Westminster’s Conservative Council Refuses to Take Action on Air Pollution
Under a recent Freedom of Information request, Bayswater Labour Candidate Max Sullivan has uncovered that Conservative-run Westminster City Council has issued just 1 fine for every 1,112 reports of unnecessary engine idling since 2017.
Over the 5-year period, over 70,000 incidents were reported to the Tory Council, but a mere 63 fines were handed out.
Of these, just over half have actually been paid, meaning just 1 fine was issued and paid for every 2,061 reports of unnecessary engine idling.
It’s perhaps unsurprising that Westminster Council has quietly ceased work its ‘Don’t be idle’ campaign that was launched with much fanfare ahead of the 2018 Council elections.
Max Sullivan, Labour candidate for Bayswater ward said:
“Westminster Conservatives talk a good talk on air quality, but this discovery shows that their words are empty. The lack of tough action on engine idling by the Council is appalling and will be disappointing news to residents across Westminster who are worried about air pollution. This data shows that instead of cracking down on unnecessary engine idling resulting in toxic fumes, the Conservative-run Council has created a free-for-all, issuing just 63 fines, only 34 of which were paid, in response to 70,000 reported incidents. It is clear that the Conservatives were wasting the time of the thousands of residents who tried to help by reporting engine idling. The Council was clearly taking them for fools”
“In the Bayswater area alone the Conservative-run Council has issued just 2 fines for engine idling from 2017 to now – and neither of these were paid.”
The Freedom of Information request shows:
- 70,095 incidents of unnecessary engine idling were reported to Westminster City Council between January 2017 and February 16th 2022.
- This number is likely to represent just a fraction of the real scale of the problem in Westminster, given this is the number of times residents or Council officers have reported the issue to the Council.
- Westminster City Council issued 63 fines for unnecessary engine idling over the same period, between January 2017 to February 16th 2022.
- Of the 63 fines issued, just 34 of these were paid.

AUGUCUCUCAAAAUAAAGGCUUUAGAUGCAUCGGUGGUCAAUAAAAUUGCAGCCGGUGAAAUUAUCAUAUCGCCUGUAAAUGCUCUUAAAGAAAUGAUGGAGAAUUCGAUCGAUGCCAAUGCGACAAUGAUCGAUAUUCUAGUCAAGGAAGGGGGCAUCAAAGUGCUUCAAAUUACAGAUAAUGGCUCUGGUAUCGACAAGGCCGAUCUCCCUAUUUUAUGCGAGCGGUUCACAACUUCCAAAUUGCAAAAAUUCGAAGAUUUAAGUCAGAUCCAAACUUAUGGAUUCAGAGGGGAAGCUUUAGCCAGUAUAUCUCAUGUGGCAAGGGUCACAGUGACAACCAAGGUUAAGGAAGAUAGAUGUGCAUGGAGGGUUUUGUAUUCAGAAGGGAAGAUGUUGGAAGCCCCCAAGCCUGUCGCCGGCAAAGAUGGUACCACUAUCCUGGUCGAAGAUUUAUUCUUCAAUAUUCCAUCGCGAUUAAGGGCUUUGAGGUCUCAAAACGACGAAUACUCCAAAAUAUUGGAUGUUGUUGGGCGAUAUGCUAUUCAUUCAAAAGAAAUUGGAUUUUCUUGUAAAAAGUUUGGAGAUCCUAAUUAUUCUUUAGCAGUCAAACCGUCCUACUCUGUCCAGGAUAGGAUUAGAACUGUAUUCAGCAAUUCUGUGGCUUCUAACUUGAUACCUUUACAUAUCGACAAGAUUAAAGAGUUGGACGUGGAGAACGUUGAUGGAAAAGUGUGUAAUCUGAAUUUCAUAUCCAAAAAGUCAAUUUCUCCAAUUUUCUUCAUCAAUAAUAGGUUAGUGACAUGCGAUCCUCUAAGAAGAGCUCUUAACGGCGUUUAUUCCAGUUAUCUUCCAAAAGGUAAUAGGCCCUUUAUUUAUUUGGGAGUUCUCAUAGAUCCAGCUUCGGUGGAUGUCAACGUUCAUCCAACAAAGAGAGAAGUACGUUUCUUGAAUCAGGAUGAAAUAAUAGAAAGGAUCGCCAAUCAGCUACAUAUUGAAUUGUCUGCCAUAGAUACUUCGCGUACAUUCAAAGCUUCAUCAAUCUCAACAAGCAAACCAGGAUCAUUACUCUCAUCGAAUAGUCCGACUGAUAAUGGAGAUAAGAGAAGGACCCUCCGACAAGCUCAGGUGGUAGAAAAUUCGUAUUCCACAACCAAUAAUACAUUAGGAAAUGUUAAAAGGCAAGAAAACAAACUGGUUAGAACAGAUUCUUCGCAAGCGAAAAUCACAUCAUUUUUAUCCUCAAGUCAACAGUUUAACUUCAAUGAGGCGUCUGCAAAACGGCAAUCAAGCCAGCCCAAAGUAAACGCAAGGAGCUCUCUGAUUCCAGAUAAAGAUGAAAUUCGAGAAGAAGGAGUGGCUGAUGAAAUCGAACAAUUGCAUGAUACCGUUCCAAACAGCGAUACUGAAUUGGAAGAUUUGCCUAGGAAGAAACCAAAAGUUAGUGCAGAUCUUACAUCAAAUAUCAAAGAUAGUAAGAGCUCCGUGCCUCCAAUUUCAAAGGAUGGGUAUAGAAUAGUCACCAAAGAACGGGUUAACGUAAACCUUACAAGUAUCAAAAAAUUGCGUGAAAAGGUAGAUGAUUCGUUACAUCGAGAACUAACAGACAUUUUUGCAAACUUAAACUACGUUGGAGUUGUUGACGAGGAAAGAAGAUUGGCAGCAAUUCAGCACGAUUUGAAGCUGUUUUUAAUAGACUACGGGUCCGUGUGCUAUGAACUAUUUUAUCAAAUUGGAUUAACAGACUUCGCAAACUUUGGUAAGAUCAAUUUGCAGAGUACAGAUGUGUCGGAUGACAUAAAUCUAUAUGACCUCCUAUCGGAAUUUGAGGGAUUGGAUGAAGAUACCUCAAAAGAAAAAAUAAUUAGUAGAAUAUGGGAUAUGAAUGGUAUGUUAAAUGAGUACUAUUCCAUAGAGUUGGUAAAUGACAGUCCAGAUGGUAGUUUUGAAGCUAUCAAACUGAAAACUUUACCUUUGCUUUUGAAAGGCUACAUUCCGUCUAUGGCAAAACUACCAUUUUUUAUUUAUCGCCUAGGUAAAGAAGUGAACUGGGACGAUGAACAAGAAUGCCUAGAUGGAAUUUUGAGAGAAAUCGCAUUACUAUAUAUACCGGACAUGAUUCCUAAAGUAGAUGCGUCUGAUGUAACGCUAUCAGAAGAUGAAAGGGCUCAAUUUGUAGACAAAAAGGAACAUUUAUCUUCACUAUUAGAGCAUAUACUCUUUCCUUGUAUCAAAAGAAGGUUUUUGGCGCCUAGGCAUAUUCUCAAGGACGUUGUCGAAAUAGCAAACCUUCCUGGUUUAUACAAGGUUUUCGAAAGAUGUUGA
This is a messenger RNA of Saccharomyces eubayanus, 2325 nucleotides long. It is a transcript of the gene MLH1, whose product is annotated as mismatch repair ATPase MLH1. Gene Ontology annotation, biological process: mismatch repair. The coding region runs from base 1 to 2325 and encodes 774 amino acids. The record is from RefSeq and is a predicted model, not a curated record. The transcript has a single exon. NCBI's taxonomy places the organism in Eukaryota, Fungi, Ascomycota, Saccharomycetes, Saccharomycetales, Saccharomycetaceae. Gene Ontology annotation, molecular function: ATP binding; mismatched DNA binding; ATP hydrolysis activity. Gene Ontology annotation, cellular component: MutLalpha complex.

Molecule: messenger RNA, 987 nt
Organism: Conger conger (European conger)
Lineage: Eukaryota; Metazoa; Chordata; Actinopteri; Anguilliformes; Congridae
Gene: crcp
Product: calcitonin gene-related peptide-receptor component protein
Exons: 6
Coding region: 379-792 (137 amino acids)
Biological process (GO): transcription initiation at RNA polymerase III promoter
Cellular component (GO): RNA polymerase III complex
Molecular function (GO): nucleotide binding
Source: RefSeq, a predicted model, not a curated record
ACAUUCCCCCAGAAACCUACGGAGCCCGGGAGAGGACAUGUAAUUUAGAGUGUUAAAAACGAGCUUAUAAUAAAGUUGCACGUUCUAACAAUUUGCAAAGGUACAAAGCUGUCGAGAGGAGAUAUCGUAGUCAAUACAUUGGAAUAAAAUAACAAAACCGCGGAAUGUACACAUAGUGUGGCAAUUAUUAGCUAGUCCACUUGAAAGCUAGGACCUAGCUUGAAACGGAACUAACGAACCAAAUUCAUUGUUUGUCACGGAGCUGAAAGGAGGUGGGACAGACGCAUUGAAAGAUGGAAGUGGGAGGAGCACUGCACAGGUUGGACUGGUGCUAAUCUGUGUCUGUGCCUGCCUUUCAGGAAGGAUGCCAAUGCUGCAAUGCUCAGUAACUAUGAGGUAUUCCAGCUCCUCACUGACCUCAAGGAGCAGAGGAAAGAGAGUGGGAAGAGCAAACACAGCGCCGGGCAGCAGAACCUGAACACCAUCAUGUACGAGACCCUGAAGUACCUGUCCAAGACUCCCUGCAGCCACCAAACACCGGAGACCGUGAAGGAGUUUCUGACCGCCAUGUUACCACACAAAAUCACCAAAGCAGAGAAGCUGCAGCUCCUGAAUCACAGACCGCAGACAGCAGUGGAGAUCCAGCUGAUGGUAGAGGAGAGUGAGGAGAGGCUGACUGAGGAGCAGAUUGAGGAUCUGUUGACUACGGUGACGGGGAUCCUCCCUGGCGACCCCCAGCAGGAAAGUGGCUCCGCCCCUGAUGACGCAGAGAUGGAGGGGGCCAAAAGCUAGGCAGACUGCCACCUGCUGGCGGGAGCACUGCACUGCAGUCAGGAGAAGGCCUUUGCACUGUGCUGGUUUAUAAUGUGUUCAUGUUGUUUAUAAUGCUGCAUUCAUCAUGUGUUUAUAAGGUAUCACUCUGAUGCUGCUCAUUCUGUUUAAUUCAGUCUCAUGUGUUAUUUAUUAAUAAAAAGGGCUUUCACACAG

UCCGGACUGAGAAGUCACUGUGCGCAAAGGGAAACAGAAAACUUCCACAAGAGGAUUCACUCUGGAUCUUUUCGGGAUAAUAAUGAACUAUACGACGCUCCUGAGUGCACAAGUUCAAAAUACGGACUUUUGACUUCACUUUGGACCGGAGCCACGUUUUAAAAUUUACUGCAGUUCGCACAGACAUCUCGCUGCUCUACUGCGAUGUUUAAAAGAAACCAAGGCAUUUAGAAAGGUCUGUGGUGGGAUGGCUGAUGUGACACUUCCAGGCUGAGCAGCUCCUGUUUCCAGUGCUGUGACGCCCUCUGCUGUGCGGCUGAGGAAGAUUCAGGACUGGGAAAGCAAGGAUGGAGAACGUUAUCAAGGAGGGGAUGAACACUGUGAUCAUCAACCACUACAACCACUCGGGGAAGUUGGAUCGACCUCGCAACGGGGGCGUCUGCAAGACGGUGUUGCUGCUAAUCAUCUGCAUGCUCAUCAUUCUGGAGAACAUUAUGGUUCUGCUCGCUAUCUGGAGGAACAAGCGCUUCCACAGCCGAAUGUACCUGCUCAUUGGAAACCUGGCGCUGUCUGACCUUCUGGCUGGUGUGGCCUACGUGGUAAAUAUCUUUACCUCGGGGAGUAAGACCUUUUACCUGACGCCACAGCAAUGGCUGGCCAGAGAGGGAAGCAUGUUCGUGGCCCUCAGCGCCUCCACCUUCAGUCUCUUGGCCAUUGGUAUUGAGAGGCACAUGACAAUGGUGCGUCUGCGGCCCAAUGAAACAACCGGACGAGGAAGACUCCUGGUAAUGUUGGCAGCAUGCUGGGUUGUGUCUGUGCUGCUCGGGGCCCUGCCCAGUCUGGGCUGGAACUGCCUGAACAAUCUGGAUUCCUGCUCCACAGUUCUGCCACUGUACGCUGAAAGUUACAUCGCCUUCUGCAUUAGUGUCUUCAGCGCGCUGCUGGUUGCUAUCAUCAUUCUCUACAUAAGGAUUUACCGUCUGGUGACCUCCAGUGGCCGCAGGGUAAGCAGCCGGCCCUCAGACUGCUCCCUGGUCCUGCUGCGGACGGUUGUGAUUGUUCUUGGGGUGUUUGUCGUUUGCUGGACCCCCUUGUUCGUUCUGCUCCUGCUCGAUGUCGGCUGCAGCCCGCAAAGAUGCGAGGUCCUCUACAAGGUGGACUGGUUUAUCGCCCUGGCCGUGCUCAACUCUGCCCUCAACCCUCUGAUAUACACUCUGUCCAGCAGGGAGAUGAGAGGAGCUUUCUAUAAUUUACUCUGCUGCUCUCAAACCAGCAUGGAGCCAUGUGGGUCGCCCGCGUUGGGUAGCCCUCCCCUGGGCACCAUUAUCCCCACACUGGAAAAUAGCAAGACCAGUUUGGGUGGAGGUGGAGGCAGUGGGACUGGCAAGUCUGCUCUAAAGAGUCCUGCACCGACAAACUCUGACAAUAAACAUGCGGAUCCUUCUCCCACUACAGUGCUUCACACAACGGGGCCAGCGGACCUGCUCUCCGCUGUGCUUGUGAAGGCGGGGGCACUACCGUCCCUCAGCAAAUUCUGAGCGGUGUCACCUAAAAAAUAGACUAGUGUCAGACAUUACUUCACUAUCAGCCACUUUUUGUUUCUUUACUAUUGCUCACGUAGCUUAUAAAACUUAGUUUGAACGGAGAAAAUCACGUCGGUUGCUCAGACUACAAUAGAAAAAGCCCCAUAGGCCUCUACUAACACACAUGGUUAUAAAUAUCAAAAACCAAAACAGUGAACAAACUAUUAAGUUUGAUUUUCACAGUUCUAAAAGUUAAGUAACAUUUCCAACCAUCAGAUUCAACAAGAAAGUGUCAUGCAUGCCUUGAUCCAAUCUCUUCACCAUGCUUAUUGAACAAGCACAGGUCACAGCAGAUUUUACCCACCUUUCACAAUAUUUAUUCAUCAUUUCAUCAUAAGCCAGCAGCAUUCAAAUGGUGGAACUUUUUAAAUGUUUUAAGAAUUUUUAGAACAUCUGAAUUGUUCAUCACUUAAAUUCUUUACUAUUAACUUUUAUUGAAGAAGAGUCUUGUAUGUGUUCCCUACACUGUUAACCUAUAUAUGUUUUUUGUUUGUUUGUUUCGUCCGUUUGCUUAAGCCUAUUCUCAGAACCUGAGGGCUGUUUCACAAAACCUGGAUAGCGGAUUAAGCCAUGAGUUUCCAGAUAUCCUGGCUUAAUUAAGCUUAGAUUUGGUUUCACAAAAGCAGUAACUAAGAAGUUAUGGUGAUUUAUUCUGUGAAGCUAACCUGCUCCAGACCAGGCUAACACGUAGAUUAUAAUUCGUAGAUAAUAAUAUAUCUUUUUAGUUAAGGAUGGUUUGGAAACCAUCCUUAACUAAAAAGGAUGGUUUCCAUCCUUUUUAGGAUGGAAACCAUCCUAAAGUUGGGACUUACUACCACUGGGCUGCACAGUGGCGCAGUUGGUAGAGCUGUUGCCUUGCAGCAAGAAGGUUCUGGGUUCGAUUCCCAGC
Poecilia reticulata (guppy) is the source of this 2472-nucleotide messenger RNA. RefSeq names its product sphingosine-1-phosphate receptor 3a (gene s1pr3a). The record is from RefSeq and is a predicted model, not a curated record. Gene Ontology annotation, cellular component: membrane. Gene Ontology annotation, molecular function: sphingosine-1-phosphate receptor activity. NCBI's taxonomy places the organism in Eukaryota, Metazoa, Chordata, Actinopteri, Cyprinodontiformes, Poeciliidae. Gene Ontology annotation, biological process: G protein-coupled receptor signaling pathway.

- Research by Imperial College London estimates that air pollution contributed to around 4,100 deaths in London in 2019.
- Air pollution is particularly damaging to the health of children, as it can stunt lung growth and affect lung capacity.
- A 2021 study by TRL found that idling for a 30-second period produces nearly twice as much pollution as switching off then restarting the engine.
If elected on Thursday the 5th of May, a Labour-run Westminster Council will clean up our air.
Our ten point plan will:
- Crack down on engine idling with fines for those unnecessarily polluting our streets, ending years of inaction by the Westminster Conservatives.
- Make it easier and safer to walk and cycle in our city. Investing in improved pavements, more zebra crossings, more cycle hanger parking and where appropriate protected cycle lanes to promote carbon-free active travel.
- Take action to prevent the use of small residential streets as rat runs for cars.
- Work with residents to identify new places for creating pocket parks.
- Work with local businesses to reduce their emissions, for example by encouraging freight and delivery consolidation, and decarbonising the Council’s district heating systems.
- Accelerate tree planting. The Tories have delivered just 10% of the tree planting they promised. Additional tree cover will not only improve our air but reduce the impact of the heat waves which are becoming more common.
- Dramatically increase the number of new electric vehicle charging points being rolled out across Westminster.
- Require car sharing operators to replace their fleet in Westminster with electrified vehicles and encourage on-demand food delivery companies to use bicycles instead of scooters.
- Work with residents and Transport for London to ensure the public transport system in our city is fit for purpose and reducing pollution by encouraging residents to switch to less carbon-intensive modes of travel.
- Expand the Council’s automatic air monitoring to include a wider range of areas (like Bayswater) so consistent data is available on how successful the above efforts are.